We've been through the rebirth of Porsche's 911 into its new 991 version, with all that entails: a lighter, aluminium-rich structure, a longer wheelbase and wider tracks, and a new look derived from the old but redrawn with a second-decade-millennial edge. Now the Boxster has undergone a similar remake, writes John Simister. It's a predictable event, but one more significant than it first appears.
Of course, the Boxster has nothing like the historical baggage of a 911. Porschophiles of the old school might still regard it as the upstart, the slightly effeminate sports car propping up the bottom of the range and not to be taken very seriously (except, perhaps, for the slightly bonkers Spyder version at the end of the old model's life).
Step back from the stereotype for a moment. The Boxster concept car appeared 20 years ago, which is longer ago than you might have thought. The production one appeared 15 years ago, and was the first mid-engined Porsche production car since the 1970s 914 and the 1950s Spyders and RS models before that, even though mid-mounted engines have been Porsche's pure-race-car norm for decades. So there's historical legitimacy here. It was also the first with water cooling for the flat-six engine. And then there's the Cayman, effectively a Boxster coupé but reckoned by many to be the best-handling Porsche road car ever made.
So with all this genetic strength, the Boxster was due a more assertive personality. One glance at the new one shows the dues have been paid and a strong, separate identity forged. The previous Boxster, originally numbered 986 and evolving into the 987, donated its front end as far as the dashboard and windscreen pillars to the first fully-rebodied, and water-cooled, 911 – model number 996/997. This rationalisation made Porsches much cheaper to build and set the company on a road to financial health which became a motorway with the launch of the Cayenne SUV.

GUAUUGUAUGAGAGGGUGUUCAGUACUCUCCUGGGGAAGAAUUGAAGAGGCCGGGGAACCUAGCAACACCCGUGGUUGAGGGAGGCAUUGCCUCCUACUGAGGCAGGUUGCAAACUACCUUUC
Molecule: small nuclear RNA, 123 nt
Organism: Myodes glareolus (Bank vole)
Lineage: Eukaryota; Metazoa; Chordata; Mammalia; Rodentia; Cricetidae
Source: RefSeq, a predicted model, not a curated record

It's the same idea this time around, except that the new 911 (the 991) arrived just before the new Boxster (981) instead of just after. Again, the front end is the same under the skin, although this time the skin panels are all different as are the visible parts of the dashboard. The wheelbase has grown by 60mm, the front track by 40mm and the rear track by 18mm. The windscreen is raked further back and there's less front overhang. The overall effect is no longer of a car which looked able to be driven in either direction; rather it sits with a proper mid-engined stance and no longer appears over-bodied for its (now bigger) wheels.
Various styling motifs help the new presence. The headlights are in vertically-stacked pairs as they were on Porsche's 1960s and 1970s racing cars. The flanks feature deep air-intake channels redolent of the Carrera GT's. The automatically-raising rear spoiler is now part of a lateral, bowed ridge which flows into the tail-lights. There's a muscularity here that was absent before.